Discuss
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Old 08-13-2003, 12:27 AM   #2 (permalink)
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Thing is, you can take any idea or theme from any novel ever written and you can deduce any type of complex theorem around it. Personally I feel people look far too much into literary works, sure we authors do like to use symbolysm and hidden messages but people still read too much into our words.

However I find this post to be rather interesting.

Last edited by Mr.Deflok; 08-13-2003 at 02:52 AM..
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Old 08-13-2003, 01:53 AM   #3 (permalink)
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I have very little knowledge or appreciation of Calvin and Hobbes, so unfortunately that theory makes absolutely no sense to me, except the whole "Yeah, some guy made up an imaginary friend just like in the cartoon strip" deal.

Looks well thought out though.
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Old 08-13-2003, 04:19 AM   #4 (permalink)
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Re: The Return of Hobbes (Fight Club Theory)

Quote:
Originally posted by Spinach_Indeed

Is this mere coincidence?
yes.
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Old 08-13-2003, 05:38 AM   #5 (permalink)
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After the end of Fight Club, when Calvin realizes heís effectively killed Hobbes twice now, do you really think heíll still be "okay"?


I think "Jack" is going to be OK. He is going to go to jail where many of the inmates will know of "Tyler Durden" and will worship/fear him. He will rise up as kick ass leader on the cell block - sodomizing whomever he wishes...

Tragically he will be shot in a prison riot of his making.
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Old 08-13-2003, 08:54 AM   #6 (permalink)
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Quote:
Originally posted by Mr.Deflok
Thing is, you can take any idea or theme from any novel ever written and you can deduce any type of complex theorem around it. Personally I feel people look far too much into literary works, sure we authors do like to use symbolysm and hidden messages but people still read too much into our words.

However I find this post to be rather interesting.
I quite agree. There are some people that swear that Lord of the Rings is a view of our future, years ahead. Some people are convinced that Ben Hur is a Film about Homosexual acceptance.

I can't tell whether the writer of this article is taking himself seriously or not. But either way, it's an interesting read.
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Old 08-13-2003, 09:41 AM   #7 (permalink)
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I agree with Spinach -- an interesting read. Now I just need to figure out if its such an interesting read because of my love of the comic strip, a fascination with the movie or a combination of the both of them.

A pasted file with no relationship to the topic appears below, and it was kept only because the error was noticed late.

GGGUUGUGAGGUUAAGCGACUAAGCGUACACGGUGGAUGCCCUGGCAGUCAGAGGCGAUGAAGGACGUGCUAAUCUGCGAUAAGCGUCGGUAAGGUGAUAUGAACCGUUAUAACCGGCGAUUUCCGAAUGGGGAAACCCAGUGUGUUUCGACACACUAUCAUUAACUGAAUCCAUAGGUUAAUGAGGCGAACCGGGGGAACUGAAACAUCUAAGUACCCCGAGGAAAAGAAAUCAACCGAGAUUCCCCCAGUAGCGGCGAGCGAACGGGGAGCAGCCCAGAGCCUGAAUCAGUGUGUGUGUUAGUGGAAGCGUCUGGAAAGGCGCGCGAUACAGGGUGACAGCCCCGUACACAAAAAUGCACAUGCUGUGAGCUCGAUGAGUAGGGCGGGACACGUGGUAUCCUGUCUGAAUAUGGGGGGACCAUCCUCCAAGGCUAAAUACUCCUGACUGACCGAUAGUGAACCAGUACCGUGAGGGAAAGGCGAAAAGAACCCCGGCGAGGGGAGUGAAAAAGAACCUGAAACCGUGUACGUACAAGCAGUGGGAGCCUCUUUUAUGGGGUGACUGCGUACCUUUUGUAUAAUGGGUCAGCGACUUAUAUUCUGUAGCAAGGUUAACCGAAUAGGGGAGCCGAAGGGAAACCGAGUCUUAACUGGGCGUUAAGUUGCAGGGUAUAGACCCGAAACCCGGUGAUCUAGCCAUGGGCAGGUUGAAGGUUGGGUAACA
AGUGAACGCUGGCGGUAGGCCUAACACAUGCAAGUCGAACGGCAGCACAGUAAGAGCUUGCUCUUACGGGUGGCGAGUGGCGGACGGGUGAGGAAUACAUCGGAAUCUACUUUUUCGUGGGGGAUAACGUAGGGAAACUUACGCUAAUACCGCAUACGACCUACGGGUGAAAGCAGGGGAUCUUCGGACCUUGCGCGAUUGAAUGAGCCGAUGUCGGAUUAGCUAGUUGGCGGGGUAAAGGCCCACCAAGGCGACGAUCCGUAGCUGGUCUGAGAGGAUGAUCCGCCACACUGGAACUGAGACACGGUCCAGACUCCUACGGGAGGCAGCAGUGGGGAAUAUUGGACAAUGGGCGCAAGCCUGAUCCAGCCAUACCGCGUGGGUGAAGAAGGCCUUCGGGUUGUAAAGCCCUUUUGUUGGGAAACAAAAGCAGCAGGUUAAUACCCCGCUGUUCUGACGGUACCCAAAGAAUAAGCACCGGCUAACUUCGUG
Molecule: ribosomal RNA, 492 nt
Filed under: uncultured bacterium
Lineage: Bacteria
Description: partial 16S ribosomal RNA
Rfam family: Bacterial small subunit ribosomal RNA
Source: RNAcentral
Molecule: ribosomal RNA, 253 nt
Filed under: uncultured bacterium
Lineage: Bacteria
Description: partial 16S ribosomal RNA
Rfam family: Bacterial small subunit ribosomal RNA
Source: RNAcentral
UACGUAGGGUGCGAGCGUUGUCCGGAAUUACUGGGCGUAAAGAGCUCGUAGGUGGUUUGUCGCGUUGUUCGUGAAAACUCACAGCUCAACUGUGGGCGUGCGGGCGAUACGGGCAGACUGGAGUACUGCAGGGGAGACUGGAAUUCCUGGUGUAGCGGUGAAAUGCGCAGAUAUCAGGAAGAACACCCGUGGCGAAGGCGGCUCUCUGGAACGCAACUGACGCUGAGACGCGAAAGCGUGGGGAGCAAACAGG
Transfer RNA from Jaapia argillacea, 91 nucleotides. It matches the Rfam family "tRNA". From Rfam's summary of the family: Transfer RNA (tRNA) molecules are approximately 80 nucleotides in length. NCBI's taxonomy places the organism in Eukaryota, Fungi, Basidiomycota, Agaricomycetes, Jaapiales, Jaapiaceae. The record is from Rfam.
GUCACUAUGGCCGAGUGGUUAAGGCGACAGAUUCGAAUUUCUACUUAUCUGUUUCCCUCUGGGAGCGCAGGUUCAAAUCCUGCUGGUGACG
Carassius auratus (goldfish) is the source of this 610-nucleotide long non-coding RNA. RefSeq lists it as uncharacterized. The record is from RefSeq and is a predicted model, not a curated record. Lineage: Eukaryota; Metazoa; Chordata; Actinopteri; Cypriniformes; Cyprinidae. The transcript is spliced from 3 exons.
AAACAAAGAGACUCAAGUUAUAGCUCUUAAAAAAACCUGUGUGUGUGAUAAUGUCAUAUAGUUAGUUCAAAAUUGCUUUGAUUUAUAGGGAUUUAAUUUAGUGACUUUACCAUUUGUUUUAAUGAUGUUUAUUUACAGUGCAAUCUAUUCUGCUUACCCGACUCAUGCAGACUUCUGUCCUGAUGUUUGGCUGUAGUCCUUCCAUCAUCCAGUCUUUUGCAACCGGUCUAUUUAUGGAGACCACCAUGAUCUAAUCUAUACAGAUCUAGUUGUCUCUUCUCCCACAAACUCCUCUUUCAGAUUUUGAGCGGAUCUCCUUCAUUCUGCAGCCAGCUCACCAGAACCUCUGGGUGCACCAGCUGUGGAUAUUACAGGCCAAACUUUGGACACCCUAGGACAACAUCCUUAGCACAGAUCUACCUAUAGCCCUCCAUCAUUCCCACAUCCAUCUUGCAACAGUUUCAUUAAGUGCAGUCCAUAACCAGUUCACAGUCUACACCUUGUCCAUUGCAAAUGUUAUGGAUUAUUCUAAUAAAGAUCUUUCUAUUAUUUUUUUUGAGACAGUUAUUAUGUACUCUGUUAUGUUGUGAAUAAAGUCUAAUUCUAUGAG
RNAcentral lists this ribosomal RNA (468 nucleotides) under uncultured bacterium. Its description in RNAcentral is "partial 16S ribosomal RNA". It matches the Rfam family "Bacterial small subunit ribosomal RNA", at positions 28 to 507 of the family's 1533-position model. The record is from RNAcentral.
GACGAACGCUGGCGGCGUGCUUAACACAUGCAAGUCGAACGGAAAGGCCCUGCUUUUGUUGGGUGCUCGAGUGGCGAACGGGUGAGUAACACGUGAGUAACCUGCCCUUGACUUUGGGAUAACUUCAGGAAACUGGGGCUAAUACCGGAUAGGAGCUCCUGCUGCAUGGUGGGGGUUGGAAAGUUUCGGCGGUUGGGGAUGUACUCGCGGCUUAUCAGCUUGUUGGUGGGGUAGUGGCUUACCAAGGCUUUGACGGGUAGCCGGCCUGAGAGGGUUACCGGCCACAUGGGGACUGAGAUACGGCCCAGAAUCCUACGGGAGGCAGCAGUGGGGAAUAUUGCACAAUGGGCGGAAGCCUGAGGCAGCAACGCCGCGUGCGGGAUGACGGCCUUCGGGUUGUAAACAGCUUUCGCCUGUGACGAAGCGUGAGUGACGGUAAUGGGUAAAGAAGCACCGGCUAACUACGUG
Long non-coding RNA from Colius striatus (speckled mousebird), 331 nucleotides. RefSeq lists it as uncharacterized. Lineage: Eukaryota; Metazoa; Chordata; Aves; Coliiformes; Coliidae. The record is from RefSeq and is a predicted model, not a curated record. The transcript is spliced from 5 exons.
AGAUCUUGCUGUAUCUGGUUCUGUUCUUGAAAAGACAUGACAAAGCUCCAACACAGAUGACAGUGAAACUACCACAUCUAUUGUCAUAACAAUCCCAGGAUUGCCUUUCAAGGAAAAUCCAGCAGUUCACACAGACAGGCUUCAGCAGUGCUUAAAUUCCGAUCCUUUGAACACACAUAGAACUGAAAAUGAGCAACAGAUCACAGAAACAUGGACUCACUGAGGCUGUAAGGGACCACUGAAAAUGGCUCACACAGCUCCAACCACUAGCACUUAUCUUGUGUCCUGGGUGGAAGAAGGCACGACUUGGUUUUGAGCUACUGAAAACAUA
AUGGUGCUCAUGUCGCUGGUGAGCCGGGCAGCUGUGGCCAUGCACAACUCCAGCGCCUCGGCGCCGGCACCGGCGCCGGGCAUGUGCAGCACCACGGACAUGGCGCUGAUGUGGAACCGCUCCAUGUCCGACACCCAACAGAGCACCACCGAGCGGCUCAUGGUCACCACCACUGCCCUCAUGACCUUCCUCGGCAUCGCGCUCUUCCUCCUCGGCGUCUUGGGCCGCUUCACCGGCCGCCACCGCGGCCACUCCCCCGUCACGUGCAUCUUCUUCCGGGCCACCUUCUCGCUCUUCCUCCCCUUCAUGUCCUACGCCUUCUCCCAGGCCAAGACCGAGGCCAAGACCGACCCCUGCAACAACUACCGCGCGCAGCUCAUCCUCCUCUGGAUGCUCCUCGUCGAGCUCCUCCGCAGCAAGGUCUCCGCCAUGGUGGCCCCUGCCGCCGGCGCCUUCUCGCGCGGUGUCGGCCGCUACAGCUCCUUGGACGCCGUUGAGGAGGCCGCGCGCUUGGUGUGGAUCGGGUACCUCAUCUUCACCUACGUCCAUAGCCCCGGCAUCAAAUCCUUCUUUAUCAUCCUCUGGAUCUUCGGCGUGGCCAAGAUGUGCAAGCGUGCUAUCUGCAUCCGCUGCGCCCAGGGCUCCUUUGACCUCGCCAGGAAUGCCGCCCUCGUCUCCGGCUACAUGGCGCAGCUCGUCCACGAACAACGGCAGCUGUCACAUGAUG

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Old 08-13-2003, 09:58 AM   #8 (permalink)
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Quote:
Originally posted by Charlatan
After the end of Fight Club, when Calvin realizes heís effectively killed Hobbes twice now, do you really think heíll still be "okay"?


I think "Jack" is going to be OK. He is going to go to jail where many of the inmates will know of "Tyler Durden" and will worship/fear him. He will rise up as kick ass leader on the cell block - sodomizing whomever he wishes...

Tragically he will be shot in a prison riot of his making.
haha...
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Old 08-13-2003, 11:04 AM   #9 (permalink)
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never thought of it, great read
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Old 08-13-2003, 01:01 PM   #10 (permalink)
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It is a great theory, but it sucks as to the way it says that it <b>IS</b> what it is. Fantastic read, but I think that it was worded wrong...
and submitted to the wrong forum. Should be in Philosophy
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Old 08-14-2003, 09:14 PM   #11 (permalink)
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A well-considered argument, but it doesn't hold water, I'm afraid. After all, Hobbes is real.
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Old 08-14-2003, 09:17 PM   #12 (permalink)
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I must say, i find this comparison very interesting, being the obsessed fan of fight club that i am.
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Old 08-14-2003, 10:07 PM   #13 (permalink)
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i found it very interesting as well... but i'm more a fan of fight club than calvin and hobbes... so not all of this made sense to me...

hmm..
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Old 08-15-2003, 07:33 AM   #14 (permalink)
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this is great!
messed up . . . but great